No Place To Hide In Yakima From The Overdose National Nighmare
The American Medical Association released a news brief document one month ago with a headline that read: : Nation’s drug-related overdose and death epidemic continues to worsen.
No Escape In Yakima
Yakima is no place to hide from the national tragedy of overdose deaths.
Today, The Yakima Health District's (YHD) press release headline reads: Drug Overdose Deaths Continue to Increase in Yakima County.
The latest statistics from YHD compare 2021 to 2020 but in conversations with the Yakima County Coroner, overdose deaths continue at an unacceptable high pace,
Each Number Is A Life Lost
According to data from the Yakima County Coroner’s Office, 98 residents died of a drug overdose last year, representing a 34% increase from the 73 deaths reported in 2020. In line with statewide and national trends.
Of the overdose deaths that occurred in 2020 and 2021, more than 60% involved opioids, with fentanyl being the most common opioid involved in those deaths. Fentanyl is a synthetic opioid that is up to 50 times stronger than heroin and 100 times stronger than morphine. Due to its high potency, even small doses of fentanyl can lead to a fatal overdose. Fentanyl is often manufactured illegally and has been increasingly found in heroin, methamphetamine, and counterfeit prescription pills.
The Invisible Assassin
County. Jim Curtice, Yakima County Coroner:
Counterfeit pills are extremely deadly and are causing a considerable amount of pain and suffering to residents in Yakima County, as well as throughout Washington and the United States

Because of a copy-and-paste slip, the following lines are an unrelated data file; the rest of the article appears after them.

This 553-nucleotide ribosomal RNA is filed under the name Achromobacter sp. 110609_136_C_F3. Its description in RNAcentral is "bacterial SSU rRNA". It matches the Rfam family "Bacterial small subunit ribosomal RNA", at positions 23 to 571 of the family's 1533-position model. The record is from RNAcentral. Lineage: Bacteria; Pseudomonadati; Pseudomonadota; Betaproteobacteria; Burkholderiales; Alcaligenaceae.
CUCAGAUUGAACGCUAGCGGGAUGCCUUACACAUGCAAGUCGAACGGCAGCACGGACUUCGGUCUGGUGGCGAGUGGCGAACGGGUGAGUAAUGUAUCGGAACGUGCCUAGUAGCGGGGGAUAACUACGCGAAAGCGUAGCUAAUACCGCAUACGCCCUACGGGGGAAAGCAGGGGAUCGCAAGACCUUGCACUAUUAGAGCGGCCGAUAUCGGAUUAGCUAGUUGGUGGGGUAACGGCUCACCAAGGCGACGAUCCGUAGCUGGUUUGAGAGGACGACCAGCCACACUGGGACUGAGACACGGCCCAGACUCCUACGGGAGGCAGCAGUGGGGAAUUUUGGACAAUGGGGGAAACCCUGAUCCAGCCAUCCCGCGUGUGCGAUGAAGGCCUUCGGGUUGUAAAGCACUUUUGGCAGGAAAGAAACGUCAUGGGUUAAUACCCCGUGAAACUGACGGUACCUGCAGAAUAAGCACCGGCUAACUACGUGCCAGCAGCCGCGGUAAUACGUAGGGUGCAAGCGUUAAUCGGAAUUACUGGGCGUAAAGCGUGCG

It is nearly impossible to tell if a drug has been laced with fentanyl, which increases the risk of accidental overdose and death.
How To Recognize An Overdose
The County Health District says the potential signs of an opioid overdose include:
- • Small, constricted “pinpoint pupils”
- • Falling asleep or losing consciousness
- • Slow, weak, or no breathing • Choking or gurgling sounds
- • Limp body
- • Cold and/or clammy skin
- • Discolored skin (especially in lips and nails)
Where To Find Help
Community members are also encouraged to properly dispose of unused or expired medications at medication take-back locations in Yakima County. More information is available at: www.TakeBackYourMeds.org.
If you need help with substance abuse or know someone who does, call the Washington Recovery Help Line at 1-866-789-1511. - Andre Fresco, Executive Director, Yakima Health District.